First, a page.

The only real thing wrong with Mythbusters is that they have a tendency to explain everything in really simple terms multiple times. The problem that the Mythbusters seem to have is that they repeat themselves a lot when explaining. In order to inform people who joined mid-program, the Mythbusters recap what has happened so far and is going to happen many times in a row. Remember, to ensure the morons in the audience know what's going on, the Mythbusters go over all the details quite often during any given episode.
posted by nightchrome at 7:28 PM on June 30, 2011 [2 favorites]


I used to watch it ad-free, but then SBS went with ads. All the recaps make it perfect TV to watch in the background.

According to Neil Gaiman and Craig Ferguson Jamie's mustache makes him Cthulhu, so maybe this is part of his plan.
posted by Lovecraft In Brooklyn at 8:08 PM on June 30, 2011


I watch Mythbusters so I can stare at Adam. Mmm, hot geeky man.

Oh, hush, I'm not the only one.
posted by SuzySmith at 8:11 PM on June 30, 2011


BOOM! FACTOIDS! REDHEADS EXPLOSIONS!

I used to work at SBS, the Aussie station that shows Mythbusters. When it first came in one of my co-workers was annoyed at them Busting the 'mobile phones cause gas station explosions' myth because she'd "heard from somebody else that they did".

Point missed.
posted by Lovecraft In Brooklyn at 8:24 PM on June 30, 2011 [1 favorite]


I've just come away from watching Neil Gaiman's appearance on Craig Ferguson's Late Show, and they discussed the Mythbusters a bit -- and Neil Gaiman made a joke about Jaime Heineman that nearly had laughing fit to fall off the couch. They were riffing on the mustache and his "glare" (Neil's words), when suddenly Neil said, "I've only just now realized -- Jaime is Cthulhu."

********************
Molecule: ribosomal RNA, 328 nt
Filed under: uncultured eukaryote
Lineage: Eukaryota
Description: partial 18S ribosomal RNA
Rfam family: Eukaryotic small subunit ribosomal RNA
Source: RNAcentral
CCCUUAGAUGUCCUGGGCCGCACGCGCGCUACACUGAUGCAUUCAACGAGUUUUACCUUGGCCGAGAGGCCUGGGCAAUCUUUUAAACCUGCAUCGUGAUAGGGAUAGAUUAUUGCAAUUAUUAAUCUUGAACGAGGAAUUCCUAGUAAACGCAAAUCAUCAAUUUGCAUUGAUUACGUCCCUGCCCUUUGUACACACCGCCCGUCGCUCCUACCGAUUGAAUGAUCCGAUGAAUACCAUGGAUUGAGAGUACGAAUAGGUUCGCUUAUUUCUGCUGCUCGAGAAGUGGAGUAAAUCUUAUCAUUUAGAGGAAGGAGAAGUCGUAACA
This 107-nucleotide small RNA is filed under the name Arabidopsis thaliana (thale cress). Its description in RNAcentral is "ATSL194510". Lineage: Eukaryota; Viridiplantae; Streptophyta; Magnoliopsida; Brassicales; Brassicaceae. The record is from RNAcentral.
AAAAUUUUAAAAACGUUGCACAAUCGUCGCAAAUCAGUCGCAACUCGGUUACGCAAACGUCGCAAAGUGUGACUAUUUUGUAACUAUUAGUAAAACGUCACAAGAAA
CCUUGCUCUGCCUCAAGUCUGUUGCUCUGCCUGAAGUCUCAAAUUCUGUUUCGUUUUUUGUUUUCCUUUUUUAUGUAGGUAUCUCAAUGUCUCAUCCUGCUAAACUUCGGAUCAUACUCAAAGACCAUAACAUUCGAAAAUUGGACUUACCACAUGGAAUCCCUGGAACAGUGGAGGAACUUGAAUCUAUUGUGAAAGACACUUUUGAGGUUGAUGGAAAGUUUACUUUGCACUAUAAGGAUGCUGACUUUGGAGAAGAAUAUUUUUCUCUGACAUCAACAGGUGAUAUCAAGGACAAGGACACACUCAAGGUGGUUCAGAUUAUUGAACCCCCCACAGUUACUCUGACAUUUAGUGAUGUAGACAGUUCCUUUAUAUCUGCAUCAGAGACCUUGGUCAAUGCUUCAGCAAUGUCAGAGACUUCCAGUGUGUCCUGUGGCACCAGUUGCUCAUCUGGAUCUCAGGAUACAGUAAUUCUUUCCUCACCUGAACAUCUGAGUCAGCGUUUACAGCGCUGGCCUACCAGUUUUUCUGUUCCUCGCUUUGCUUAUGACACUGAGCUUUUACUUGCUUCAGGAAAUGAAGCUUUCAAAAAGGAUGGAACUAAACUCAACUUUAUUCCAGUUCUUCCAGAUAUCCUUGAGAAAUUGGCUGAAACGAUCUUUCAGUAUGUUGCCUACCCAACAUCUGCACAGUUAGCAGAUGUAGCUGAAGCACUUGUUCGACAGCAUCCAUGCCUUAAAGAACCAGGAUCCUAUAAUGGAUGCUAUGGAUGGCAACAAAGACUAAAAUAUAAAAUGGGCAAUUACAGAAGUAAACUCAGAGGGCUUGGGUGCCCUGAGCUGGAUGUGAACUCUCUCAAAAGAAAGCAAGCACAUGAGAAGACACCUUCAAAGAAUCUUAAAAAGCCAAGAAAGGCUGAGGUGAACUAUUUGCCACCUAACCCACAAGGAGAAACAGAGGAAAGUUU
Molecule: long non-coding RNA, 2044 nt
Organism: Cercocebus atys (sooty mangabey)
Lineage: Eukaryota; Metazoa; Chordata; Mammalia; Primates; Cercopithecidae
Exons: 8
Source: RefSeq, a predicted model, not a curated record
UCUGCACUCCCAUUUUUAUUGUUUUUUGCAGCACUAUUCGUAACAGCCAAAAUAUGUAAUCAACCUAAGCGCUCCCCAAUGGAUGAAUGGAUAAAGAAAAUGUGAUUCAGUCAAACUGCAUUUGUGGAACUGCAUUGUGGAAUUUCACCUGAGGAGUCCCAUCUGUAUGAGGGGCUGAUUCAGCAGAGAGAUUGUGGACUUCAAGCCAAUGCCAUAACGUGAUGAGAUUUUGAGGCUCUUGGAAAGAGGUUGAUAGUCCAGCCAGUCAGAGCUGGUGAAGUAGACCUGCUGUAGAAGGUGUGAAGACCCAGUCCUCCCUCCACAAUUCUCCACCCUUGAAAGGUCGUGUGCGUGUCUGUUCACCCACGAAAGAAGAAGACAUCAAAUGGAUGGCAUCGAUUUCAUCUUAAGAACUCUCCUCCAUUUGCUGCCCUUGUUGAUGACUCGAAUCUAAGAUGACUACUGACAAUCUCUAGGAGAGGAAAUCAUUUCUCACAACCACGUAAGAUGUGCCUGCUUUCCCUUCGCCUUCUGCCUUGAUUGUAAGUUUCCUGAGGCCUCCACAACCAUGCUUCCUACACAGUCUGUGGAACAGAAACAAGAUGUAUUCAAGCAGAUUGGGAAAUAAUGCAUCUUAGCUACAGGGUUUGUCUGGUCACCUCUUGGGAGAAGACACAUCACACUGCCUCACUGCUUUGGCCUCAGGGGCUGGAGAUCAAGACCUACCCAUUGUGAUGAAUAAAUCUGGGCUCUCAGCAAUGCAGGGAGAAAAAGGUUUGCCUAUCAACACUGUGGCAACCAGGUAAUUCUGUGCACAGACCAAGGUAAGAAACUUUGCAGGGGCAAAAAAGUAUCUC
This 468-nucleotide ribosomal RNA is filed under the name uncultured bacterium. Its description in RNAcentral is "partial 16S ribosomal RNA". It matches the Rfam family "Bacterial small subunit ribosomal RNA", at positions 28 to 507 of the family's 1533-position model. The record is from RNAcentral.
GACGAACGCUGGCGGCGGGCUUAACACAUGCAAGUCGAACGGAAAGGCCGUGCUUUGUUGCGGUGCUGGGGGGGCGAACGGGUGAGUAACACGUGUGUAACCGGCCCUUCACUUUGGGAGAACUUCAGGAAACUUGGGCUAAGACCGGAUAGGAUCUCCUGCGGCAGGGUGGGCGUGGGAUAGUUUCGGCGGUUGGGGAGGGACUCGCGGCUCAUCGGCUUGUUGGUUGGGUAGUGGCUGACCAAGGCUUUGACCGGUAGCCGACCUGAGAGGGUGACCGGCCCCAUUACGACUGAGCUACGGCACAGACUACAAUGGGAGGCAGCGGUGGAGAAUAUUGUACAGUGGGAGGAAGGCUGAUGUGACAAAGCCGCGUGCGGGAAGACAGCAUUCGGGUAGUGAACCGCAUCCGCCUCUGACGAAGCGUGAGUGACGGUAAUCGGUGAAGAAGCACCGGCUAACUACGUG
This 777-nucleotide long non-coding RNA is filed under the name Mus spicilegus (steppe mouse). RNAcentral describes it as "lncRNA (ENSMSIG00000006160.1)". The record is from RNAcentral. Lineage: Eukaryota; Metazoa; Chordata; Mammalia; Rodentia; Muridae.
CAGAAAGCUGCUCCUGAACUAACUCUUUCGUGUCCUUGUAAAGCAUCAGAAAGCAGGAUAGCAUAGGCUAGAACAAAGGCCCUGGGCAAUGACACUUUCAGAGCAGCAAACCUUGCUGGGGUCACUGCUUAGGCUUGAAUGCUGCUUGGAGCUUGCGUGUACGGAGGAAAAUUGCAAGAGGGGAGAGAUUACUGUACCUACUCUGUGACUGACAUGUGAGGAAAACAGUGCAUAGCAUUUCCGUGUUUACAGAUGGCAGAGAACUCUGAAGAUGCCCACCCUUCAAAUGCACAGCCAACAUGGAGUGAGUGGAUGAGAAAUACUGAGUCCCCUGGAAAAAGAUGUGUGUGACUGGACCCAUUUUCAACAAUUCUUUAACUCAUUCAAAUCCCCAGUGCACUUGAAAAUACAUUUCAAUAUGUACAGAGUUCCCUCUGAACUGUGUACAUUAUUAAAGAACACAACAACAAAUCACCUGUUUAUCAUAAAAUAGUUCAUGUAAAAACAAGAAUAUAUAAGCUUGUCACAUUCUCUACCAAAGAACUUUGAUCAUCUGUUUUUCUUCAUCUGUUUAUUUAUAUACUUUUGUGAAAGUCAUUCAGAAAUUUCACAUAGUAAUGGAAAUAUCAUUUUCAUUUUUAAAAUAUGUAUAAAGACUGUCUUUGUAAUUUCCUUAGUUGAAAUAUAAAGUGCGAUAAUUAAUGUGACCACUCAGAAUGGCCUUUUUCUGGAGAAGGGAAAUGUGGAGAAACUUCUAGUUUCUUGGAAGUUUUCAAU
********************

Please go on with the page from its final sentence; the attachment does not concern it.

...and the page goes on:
posted by EmpressCallipygos at 9:23 PM on June 30, 2011


Jinx.
posted by Lovecraft In Brooklyn at 9:27 PM on June 30, 2011


The fastest way to "watch" the show is to go to this page on Wikipedia (and the subsequent season pages) and then you know everything they know.
posted by IndigoRain at 11:55 PM on June 30, 2011


really, sounds close to what entertainment tonight pioneered like 25 years ago: spend 50% of the non-commercial time of the show teasing stories that will play at the end of the show, and then when the story runs it contains maybe fifteen seconds of footage you haven't already seen in the teasers.
posted by fallacy of the beard at 1:10 AM on July 1, 2011


The Gift Shop Sketch from That Mitchell and Webb Look.
posted by Authorized User at 6:07 AM on July 1, 2011


Having read this thread, I've learned that:
1. People hate seeing the same thing repeated over and over again for no good reason;
2. No-one is surprised that there are so many ads in a 1 hour block;
3. That thing Mythbusters does where they re-cap things for no good reason? People hate that;
4. Mythbusters used to have a much more segmented structure in the early seasons;
5. While I hate seeing the same stuff repeated over and over again, almost verbatim, for no good reason, it seems I'm not alone: other people hate that too;

Oh, and something about repetition. I'm not sure what, I was only half paying attention.
posted by logopetria at 11:41 PM on July 1, 2011 [1 favorite]


Repetition?
posted by benito.strauss at 7:08 AM on July 2, 2011


Good evening. Tonight on 'It's the Mind', we examine the phenomenon of déjà vu...
posted by subbes at 9:58 AM on July 3, 2011